Some Southern views on relations with the military in humanitarian aid
by Nik Bredholt, Caritas July 2005

Recent crises have seen a marked increase in the participation of military forces in work usually regarded as the exclusive domain of humanitarian agencies. Since it is impossible today to provide aid in many situations without some kind of relationship with the military, the discussion is less whether there should be a relationship at all, but how to establish what the appropriate relationship should be, and where the boundaries should lie. These boundaries should be established so that those affected by an emergency continue to receive vital assistance in a way that does not undermine the independent and apolitical nature of humanitarian action, and which ensures that guiding values and principles are not compromised in other ways.

The discussion within the humanitarian community on relations with the military has tended to focus on Northern agencies and Northern militaries. There has been less focus on the Southern perspective: the perspective of those who actually experience the presence of these armed forces in their countries. This article looks at some Southern views, and argues that the main guiding principle must be the local context of the emergency. How humanitarian actors relate to military forces will depend on local knowledge, including local perceptions and, to a lesser extent, the kind of military in question, whether they are occupation forces, national forces, non-state armies or UN troops. Clear guidelines cannot be established far from the scene, but have to be contextualised at the local level.

An appropriate relationship: the Caritas discussion

In December 2003, the Caritas Confederation came together in Rome to discuss relations with the military, and to formulate a policy. Caritas is in a privileged position when it comes to achieving a global view, as it includes independent organisations from around the world. Each responds to a local constituency.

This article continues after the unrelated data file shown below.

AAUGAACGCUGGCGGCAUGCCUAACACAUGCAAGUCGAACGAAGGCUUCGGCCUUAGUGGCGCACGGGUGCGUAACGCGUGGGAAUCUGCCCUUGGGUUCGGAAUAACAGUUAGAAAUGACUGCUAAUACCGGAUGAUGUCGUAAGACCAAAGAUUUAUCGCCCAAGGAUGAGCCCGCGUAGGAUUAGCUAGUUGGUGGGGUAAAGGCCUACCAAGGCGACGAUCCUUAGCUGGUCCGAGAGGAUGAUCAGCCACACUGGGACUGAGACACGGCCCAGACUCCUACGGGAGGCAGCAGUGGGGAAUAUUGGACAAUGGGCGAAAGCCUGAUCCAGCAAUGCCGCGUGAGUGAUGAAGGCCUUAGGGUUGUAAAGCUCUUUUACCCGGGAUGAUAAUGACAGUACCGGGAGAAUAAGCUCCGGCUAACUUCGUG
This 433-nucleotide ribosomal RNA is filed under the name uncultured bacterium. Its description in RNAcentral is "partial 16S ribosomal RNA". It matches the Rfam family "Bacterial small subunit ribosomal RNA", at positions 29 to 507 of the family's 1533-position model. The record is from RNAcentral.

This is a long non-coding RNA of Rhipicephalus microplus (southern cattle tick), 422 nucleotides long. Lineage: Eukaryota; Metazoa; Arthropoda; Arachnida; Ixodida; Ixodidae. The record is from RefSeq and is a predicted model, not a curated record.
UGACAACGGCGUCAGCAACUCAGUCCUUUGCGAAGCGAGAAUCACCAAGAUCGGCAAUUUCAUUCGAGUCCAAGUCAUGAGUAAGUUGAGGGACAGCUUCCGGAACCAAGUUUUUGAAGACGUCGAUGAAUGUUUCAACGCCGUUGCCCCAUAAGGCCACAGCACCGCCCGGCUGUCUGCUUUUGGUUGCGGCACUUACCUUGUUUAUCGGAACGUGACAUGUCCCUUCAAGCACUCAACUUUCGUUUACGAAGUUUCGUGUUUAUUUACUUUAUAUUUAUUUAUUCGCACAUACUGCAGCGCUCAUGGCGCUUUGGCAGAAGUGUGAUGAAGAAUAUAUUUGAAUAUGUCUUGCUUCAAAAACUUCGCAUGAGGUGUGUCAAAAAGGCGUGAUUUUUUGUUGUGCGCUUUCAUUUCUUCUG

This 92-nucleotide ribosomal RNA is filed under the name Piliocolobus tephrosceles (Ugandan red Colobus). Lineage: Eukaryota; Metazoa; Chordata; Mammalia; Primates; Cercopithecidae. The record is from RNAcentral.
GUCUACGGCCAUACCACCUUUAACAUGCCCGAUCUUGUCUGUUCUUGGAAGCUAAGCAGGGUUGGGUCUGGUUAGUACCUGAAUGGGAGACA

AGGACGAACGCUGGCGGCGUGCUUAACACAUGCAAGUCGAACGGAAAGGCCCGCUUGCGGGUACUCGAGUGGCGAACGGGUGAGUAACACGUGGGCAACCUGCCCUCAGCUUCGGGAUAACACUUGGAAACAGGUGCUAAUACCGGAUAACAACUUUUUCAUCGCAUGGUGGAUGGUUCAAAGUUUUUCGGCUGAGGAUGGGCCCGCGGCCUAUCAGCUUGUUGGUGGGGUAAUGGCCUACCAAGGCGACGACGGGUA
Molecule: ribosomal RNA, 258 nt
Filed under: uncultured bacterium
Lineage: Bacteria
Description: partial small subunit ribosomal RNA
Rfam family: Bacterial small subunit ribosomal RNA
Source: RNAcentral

The general recommendation from the Caritas seminar was that the shape and nature of relations with the military depend on the individual context, and cannot be predefined. Military involvement in major natural calamities is not only acceptable but vital, as no other institution has the same means in terms of equipment and available personnel. The situation in the case of conflict, however, is different. In some circumstances, contact with the military may be a prerequisite for humanitarian access: to reach areas of northern Sri Lanka, for example, relations had to be established both with the Sri Lankan military and with the rebels. But the presence of the military in a particular environment can also have damaging effects. In particular, Africa has seen a range of examples of the use and misuse of military power, as well as of the impact of UN troop deployments. At the Caritas meeting, a representative from N’Djamena in Chad spoke of the difficulties the local population faced with the presence of UN peace troops. Foreign troops affected, not only the conflict that originally brought them in, but local society as a whole. A degradation of moral values, prostitution and the increased incidence of HIV/AIDS were all cited as some of the negative features of the UN troops’ presence.

Examples from the Indian Ocean tsunami and the DRC

The involvement of the military in Sri Lanka and Indonesia following the tsunami in the Indian Ocean in December 2004 provides some insight into this problem. Although the disaster hit populations indiscriminately in Sri Lanka and in Indonesia’s Aceh province, in both situations the existence of civil conflict meant that, for some, the national army was not a neutral actor supporting the local population, but an enemy. It thus could not act as an effective party to the relief effort. As Sri Lanka is only beginning to recover from its devastating war, especially in the Tamil areas in the north and north-east, tensions around military involvement are high. In addition, negotiations between the two parties, the Liberation Tigers of Tamil Eelam (LTTE) and the government, are at a standstill, and the movement for peace is vulnerable.